Besides its unfortunate acronym, LOST, how else can you explain the perpetually doomed status of the United Nations Convention Law of the Sea treaty? LOST, first adopted in 1982, would create a uniform set of laws for the sea—governing fishing, piracy, territory, and mining—and an international regulatory body, and has been ratified by 161 countries, leaving the U.S. in the company of 35 naysayers that include North Korea, Iran, and Burundi. It’s unlikely we’ll be joining the rest of the world this year—earlier this month two more Republican senators joined the group of 32 who say it will cost the U.S. its sovereignty.
But in this highly partisan time, LOST has a weird dream team of endorsers: the American Petroleum Institute, World Wildlife Fund, Department of Defense, U.S. Chamber of Commerce, Hillary Clinton, Condoleezza Rice, John Kerry, John McCain, Sarah Palin; you get political vertigo just reading the list.
Why the support? Money: U.S. companies have more to gain from signing the treaty than just about anyone else, anywhere. The U.S. coastline, already among the world’s longest, will be extended out 200 miles, effectively granting access to enormous stores of fossil fuels and valuable metals and minerals. The Navy and the Coast Guard support the marine governance aspects of the treaty because it creates enforceable standards of conduct everywhere, from the melting Arctic to territorial conflicts with China.
The most prominent voice against the treaty is that of Donald Rumsfeld, who testified that it is a “sweeping power grab.” He wrote a recent editorial saying that the treaty is “fundamentally incompatible with the basic tenets of capitalism.” He worried that establishing world ownership of the deep seabed could create a similar argument for outer space.
But how do the fish feel? I was thinking about LOST when I found a biography of a Pacific bluefin tuna named “specimen 1002010,” a yard-long fish that crossed the Pacific Ocean three times in two years and apparently liked to winter in Southern California and spend summers near Japan. The wild wanderings of 1002010 can be seen on the interactive map at the Global Tagging of Pelagic (deepwater) Predators project’s website.
At California’s Año Nuevo State Park, a 640-pound elephant seal set off from the beach and made it pretty close to the Aleutians in Alaska before turning around and hauling its great floppy mass back to Año Nuevo. White sharks, which seem to spend their time cruising the coast to bite surfers for Animal Planet programs, turn out to take frequent trips to Hawaii. And then there are the leatherback turtles that commute between California and Indonesia.
Obviously fish don’t carry passports or care about national sovereignty. And with apologies to Donald Rumsfeld, they don’t appear to be capitalists. When you look at the behavior of the fish, it’s clear that they need ocean-wide, if not worldwide, policies to protect and manage them. Being nice to sea turtles on the California coast will not ensure their survival if in fact they spend part of their year in Indonesia.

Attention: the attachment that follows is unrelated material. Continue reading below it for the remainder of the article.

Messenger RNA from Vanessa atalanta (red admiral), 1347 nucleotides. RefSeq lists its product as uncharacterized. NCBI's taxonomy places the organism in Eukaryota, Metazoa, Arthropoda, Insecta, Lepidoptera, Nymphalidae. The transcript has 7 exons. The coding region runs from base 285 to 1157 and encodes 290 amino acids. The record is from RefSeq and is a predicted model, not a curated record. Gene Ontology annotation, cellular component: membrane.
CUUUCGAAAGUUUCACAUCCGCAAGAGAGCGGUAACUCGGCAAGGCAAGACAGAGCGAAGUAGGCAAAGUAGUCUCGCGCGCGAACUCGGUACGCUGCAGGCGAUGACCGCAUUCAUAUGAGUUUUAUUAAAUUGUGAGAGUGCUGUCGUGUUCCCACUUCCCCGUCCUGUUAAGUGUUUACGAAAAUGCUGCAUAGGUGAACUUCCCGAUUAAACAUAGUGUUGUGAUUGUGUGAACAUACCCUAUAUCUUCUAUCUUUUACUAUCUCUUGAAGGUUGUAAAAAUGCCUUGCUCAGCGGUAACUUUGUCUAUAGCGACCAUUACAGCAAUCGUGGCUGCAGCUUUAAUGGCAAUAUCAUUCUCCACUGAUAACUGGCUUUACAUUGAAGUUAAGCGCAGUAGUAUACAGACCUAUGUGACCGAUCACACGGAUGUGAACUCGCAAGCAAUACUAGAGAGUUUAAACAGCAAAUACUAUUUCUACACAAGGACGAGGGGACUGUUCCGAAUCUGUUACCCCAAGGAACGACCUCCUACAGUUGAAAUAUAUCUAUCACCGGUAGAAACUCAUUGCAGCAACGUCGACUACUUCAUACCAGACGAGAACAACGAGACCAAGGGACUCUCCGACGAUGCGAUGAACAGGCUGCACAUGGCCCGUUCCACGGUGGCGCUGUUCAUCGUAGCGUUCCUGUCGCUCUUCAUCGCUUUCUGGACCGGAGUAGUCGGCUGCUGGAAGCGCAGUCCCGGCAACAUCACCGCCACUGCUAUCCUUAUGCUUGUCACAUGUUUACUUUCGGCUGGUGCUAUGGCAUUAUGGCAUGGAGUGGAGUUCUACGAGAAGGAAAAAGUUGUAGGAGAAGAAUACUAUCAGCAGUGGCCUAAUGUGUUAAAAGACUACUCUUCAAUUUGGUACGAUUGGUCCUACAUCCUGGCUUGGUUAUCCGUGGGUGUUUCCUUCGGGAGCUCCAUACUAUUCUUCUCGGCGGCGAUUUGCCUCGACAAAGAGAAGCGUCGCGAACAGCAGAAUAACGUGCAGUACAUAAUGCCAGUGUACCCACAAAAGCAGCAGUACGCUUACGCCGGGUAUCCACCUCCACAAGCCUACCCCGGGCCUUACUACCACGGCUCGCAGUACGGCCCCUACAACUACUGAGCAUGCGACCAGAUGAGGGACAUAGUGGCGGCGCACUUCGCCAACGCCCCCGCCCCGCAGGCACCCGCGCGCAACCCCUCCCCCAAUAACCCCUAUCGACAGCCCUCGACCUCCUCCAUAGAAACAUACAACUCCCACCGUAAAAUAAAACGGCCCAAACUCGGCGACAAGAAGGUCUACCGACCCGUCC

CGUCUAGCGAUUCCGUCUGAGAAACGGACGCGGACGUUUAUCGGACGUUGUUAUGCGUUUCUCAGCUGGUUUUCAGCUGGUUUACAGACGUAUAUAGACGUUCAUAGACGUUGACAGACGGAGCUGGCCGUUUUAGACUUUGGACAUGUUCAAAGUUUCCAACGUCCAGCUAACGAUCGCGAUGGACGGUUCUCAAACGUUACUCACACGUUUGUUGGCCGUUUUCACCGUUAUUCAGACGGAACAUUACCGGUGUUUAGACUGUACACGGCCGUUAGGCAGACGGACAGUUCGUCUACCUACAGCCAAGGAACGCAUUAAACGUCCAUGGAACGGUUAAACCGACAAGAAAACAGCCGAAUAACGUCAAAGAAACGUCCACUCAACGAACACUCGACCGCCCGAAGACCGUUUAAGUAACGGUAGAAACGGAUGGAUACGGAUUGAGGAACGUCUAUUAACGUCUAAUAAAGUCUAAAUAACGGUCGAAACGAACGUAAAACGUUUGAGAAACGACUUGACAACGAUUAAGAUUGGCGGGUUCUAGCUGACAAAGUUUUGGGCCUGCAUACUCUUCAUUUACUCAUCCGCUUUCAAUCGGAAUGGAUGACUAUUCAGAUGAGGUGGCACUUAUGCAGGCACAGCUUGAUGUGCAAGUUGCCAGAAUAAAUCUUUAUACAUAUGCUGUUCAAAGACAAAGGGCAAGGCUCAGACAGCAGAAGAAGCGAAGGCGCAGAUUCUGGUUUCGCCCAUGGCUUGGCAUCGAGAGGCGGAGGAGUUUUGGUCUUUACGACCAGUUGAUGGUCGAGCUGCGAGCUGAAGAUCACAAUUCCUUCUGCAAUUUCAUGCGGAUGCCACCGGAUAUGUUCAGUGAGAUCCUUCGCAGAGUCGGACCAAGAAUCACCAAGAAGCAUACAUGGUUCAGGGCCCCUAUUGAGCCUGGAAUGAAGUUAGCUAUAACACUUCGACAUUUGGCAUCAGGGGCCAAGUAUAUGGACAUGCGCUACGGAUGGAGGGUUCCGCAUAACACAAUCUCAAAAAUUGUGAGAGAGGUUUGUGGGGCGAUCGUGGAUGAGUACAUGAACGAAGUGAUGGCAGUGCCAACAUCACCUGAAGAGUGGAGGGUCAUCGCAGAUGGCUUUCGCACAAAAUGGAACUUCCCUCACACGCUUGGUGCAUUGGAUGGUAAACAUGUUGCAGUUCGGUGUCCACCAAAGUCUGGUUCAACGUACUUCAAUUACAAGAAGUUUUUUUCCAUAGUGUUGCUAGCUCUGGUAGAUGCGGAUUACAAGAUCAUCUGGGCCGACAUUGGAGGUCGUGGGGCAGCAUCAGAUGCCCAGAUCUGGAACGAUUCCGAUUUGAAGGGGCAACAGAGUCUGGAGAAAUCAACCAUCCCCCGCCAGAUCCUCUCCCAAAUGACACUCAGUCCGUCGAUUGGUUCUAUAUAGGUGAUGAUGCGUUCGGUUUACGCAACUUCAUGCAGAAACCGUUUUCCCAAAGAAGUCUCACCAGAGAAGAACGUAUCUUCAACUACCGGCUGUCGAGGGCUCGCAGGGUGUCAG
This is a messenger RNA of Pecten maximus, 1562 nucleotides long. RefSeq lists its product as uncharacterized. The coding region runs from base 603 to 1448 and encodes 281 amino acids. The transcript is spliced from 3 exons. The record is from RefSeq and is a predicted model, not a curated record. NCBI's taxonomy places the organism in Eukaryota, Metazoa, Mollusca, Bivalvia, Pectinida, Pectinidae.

These observations do not mean that ratifying LOST will make the world right. The global tagging initiative’s research suggests we’ll need to do considerably more than that to keep the leatherback turtles chugging along.
The initiative’s collaborative of researchers spent 10 years tagging and tracking 4,306 critters at the top of the Pacific Ocean’s food chain. The researchers were surprised to find that animals like the elephant seal, which had seemed to be a coastal hanger-on, actually spent a long time far from land. The researchers also found underwater gathering places, like the “shark cafe” between Baja California and Hawaii. To the north, there’s a big east-west fish highway along the boundary between the cooler currents and the warmer ones. (For a summary of what they found, download the Nature paper here.) All of this activity enmeshes the predators with each other and with their prey, the currents, temperatures, and food.
In their report, the researchers say we need policies that treat the oceans as whole ecosystems rather than a set of national boundaries. We also need specific ways of addressing very important spots in the sea so that a watery nursery, for example, could be protected by being designated part of UNESCO’s Marine World Heritage. The predator highway across the sea could be zoned as a conservation corridor. LOST does not look at the ocean as an ecosystem, never mind provide for conservation corridors. LOST’s controls on fish management are written from the standpoint of “optimum utilization” of fish stocks rather than sustaining food webs or avoiding harvests altogether in an effort to protect an environment, according to a report written by the Congressional Research Service.
And when it comes to traveling species like tuna, LOST suggests continuing to use bilateral agreements like those that are already in place. (The U.S. signed a tuna agreement with Costa Rica as far back as 1950.) Which, ironically, means that basically, the U.S. already complies with the terms of LOST in its fishing rules, so from a fishy point of view, the CRS doesn’t believe ratification would change much.
Joining LOST would, though, allow the U.S. to actively negotiate for improved protections for whole ecosystems, and for particular species like whales. From a conservation standpoint LOST is an artifact from a time before concern about climate change, before accurate data like GTOPP, before the collapse of the Atlantic northwest cod fishery, before we became aware of how complex and fragile the sea’s ecosystem is. Still, the U.S. needs to follow Hillary, Condoleezza, and Sarah to ratify it so we can get on with making ocean rules to preserve fish for the future.